I used to work in an office where the vast majority of employees, all of whom worked in front of computers, were forbidden access to the Internet. We were the manual labors of the information age, permitted only to open the application necessary to the data processing we were tasked with, mind-numbingly dull duties that had been subdivided into the minutest of actions to make sure no actual employee thinking took place. This meant that most of the employees hired needed no computer skills whatsoever, and those who had them could easy work around the management's feeble barriers to the Web. Coworkers who watched me do this looked at me as if I had conjured a demon. They thought for sure that my firing was imminent. (I was promoted instead, proving my theory that breaking the rules is generally rewarded while following them isn't in corporate management schemes -- rulebreaking=initiative.)
I was thinking of this because I recently saw an episode of Buffy the Vampire Slayer in which a demon is accidently uploaded into the Internet and begins seducing the minds of young techno-nerds. They chant how they are "jacked in" or they begin to reject and withdraw from their real-world friends to spend more time with online pals -- who turn out to be the devil in disguise. The implication one could draw from this is that spending time on the Internet is anti-social and vaguely evil, certainly against the maintanance of a social network and a sense of community. Discussing this, we started to wonder if Internet access in offices destroys the sense of cameradere that used to exist among coworkers, encouraging people to funnel down their own private rabbit holes, reading blogs and playing online backgammon, and composing emails, instead of playing pranks and bullshitting with the other people in the office and actually getting to know them. First we stopped getting to know our neighbors, now we don't even get to know our office mates, and soon we won't get to know anyone outside our immiediate family, presumably. Adaptation of one's leisure time, one's spare moments to Internet surfing means no solidarity in the wrokplace, and no potential organizing against management. In that regard, I'm stunned we weren't encouraged to use the Internet in the data-processing sweatshop.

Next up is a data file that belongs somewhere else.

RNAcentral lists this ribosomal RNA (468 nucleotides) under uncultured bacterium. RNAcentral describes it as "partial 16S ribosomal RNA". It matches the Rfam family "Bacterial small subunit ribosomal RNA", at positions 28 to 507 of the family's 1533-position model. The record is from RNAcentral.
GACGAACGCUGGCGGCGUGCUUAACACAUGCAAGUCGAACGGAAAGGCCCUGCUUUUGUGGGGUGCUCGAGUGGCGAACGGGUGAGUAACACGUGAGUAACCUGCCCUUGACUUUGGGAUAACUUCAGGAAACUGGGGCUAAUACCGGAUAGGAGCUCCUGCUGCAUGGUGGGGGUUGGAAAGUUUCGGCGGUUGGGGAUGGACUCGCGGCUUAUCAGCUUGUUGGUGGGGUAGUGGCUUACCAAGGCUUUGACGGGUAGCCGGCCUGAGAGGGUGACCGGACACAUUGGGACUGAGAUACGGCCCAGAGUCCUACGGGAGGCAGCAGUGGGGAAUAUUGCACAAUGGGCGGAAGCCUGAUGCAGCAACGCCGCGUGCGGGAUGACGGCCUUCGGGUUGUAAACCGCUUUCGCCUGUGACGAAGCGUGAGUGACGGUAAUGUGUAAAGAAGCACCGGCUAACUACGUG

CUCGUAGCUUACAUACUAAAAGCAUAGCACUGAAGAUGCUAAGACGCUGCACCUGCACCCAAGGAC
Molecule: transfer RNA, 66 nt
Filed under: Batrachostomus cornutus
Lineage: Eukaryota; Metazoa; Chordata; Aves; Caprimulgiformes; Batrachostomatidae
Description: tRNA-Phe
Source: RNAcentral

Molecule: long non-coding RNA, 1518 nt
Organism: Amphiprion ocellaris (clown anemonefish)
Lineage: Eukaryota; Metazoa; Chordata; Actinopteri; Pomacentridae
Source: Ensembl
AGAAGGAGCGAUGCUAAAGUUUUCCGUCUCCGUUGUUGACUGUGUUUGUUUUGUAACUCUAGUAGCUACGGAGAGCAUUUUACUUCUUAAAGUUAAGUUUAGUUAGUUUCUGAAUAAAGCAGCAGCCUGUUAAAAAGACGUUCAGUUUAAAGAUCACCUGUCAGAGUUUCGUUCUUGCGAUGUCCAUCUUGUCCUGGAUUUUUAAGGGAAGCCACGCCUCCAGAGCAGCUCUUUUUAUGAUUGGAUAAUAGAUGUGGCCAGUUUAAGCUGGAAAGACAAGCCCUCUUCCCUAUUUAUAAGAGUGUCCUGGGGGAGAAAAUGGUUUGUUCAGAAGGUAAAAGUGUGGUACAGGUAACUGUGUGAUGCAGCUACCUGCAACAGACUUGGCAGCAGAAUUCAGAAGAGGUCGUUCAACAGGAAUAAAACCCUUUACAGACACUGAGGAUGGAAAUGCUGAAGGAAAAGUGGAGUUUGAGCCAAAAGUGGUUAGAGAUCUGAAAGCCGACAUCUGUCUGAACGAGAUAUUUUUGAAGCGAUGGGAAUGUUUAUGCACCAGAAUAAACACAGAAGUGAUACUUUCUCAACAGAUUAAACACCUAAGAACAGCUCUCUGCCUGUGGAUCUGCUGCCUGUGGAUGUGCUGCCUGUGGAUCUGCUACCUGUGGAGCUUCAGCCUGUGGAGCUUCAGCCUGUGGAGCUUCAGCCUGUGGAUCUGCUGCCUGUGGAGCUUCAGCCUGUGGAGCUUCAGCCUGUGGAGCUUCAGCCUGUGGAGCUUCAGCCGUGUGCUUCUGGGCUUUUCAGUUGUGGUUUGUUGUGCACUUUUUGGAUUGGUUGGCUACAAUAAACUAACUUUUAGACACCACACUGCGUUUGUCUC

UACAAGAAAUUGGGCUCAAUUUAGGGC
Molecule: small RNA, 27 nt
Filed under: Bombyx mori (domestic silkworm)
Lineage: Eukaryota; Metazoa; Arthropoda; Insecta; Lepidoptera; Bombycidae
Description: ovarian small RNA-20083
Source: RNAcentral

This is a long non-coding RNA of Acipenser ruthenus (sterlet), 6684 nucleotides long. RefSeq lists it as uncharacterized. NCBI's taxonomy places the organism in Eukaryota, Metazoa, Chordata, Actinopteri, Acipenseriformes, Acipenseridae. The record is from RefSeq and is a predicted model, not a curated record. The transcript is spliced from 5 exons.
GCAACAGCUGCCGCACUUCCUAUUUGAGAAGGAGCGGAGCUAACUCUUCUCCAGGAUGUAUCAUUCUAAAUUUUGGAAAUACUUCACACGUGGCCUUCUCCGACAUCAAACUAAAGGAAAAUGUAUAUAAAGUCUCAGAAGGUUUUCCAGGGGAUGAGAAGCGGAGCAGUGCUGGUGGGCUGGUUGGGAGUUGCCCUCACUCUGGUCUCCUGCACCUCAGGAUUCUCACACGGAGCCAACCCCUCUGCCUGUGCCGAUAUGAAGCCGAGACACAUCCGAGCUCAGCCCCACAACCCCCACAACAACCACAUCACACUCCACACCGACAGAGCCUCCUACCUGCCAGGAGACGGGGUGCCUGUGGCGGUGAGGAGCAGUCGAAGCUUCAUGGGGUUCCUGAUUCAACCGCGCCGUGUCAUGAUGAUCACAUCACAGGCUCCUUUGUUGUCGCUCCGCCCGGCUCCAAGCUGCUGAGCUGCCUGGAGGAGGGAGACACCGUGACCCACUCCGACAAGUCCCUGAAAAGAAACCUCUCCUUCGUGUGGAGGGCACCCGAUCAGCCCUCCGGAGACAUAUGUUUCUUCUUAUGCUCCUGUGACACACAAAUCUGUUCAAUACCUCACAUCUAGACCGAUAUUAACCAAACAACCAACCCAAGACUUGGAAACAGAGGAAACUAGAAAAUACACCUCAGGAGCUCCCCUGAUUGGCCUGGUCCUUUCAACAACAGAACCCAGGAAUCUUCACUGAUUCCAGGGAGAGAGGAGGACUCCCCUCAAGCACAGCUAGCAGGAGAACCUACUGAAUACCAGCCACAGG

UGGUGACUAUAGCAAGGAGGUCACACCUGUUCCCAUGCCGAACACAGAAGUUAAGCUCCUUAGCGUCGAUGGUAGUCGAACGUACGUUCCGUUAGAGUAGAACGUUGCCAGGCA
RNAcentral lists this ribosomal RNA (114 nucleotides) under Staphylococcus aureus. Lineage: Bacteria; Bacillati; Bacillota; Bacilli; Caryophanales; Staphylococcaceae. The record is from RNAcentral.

But it has larger ramifications as well, as socializing with yourself via the Internet, indulging your whims and expecting immediate responsiveness and gratification, means we have that much less patience with actual people, and their annoying tendencies not to immediately do what we want or expect. We can't click a button on their forehead and get them to say things we find interesting. As a result we are driven to further isolation into more and more solitary pursuits, or pursuits that only occur with prescreened participants certified to be interested in what you are interested in and agree with everything you already think. And where will that come from? That is the truly scary question.